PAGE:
University of Regina - We [I] would like to begin by acknowledging that the land on which we gather is Treaty 4 and Treaty 6 territory and the traditional territory of the Cree and Saulteaux, Assiniboine and Métis.

University of Saskatchewan (Saskatoon)

1/ As we gather here today, we acknowledge we are on Treaty 6 Territory and the Homeland of the Métis. We pay our respect to the First Nation and Métis ancestors of this place and reaffirm our relationship with one another.

—   Acknowledgement developed by Indigenous faculty and staff at University of Saskatchewan

2/ We [I] would like to begin by acknowledging that the land on which we gather is Treaty 6 territory, the traditional territory of Cree Peoples, and on the homeland of the Métis Nation.

Alberta

Alberta College of Art & Design (Calgary) - I would like to take this opportunity to acknowledge the traditional territories of the Niitsitapi (Blackfoot) and the people of the Treaty 7 region in Southern Alberta, which includes the Siksika, the Piikuni, the Kainai, the Tsuut’ina and the Stoney Nakoda First Nations, including Chiniki, Bearpaw, and Wesley First Nations. The City of Calgary is also home to Métis Nation of Alberta, Region III.

Athabasca University - We [I] would like to begin by acknowledging that we are in Treaty 6 territory, the traditional territory of the Plains Cree, Woodland Cree, Beaver Cree, Saulteaux, Niisitapi (Blackfoot), Métis, and Nakota Sioux Peoples.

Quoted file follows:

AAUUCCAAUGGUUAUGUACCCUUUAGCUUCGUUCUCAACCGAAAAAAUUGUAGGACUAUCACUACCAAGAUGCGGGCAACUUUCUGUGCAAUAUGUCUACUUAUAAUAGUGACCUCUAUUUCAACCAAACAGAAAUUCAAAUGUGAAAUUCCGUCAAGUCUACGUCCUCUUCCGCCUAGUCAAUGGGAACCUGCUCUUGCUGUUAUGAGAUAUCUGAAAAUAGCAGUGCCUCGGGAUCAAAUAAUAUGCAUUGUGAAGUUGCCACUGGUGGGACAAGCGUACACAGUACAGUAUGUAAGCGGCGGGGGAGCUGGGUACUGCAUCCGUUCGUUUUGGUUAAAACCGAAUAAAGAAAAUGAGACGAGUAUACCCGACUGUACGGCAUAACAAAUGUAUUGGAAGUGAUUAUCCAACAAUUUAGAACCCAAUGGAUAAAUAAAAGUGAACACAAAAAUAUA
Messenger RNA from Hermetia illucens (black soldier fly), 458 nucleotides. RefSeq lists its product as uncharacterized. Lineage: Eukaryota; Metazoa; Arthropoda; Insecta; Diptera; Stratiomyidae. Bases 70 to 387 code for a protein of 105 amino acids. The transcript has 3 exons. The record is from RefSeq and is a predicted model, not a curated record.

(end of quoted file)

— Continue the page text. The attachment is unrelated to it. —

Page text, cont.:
Bow Valley College (Calgary) - I would like to take this opportunity to acknowledge the traditional territories of the Niitsitapi (Blackfoot) and the people of the Treaty 7 region in Southern Alberta, which includes the Siksika, the Piikuni, the Kainai, the Tsuut’ina and the Stoney Nakoda First Nations, including Chiniki, Bearpaw, and Wesley First Nations. The City of Calgary is also home to Métis Nation of Alberta, Region III.

Concordia University College (Edmonton)We [I] wish to acknowledge that the land on which we gather is Treaty 6 territory and a traditional meeting ground and home for many Indigenous Peoples, including Cree, Saulteaux, Niitsitapi (Blackfoot), Métis, and Nakota Sioux Peoples.

Grant MacEwan University (Edmonton)We [I] wish to acknowledge that the land on which we gather is Treaty 6 territory and a traditional meeting ground and home for many Indigenous Peoples, including Cree, Saulteaux, Niitsitapi (Blackfoot), Métis, and Nakota Sioux Peoples.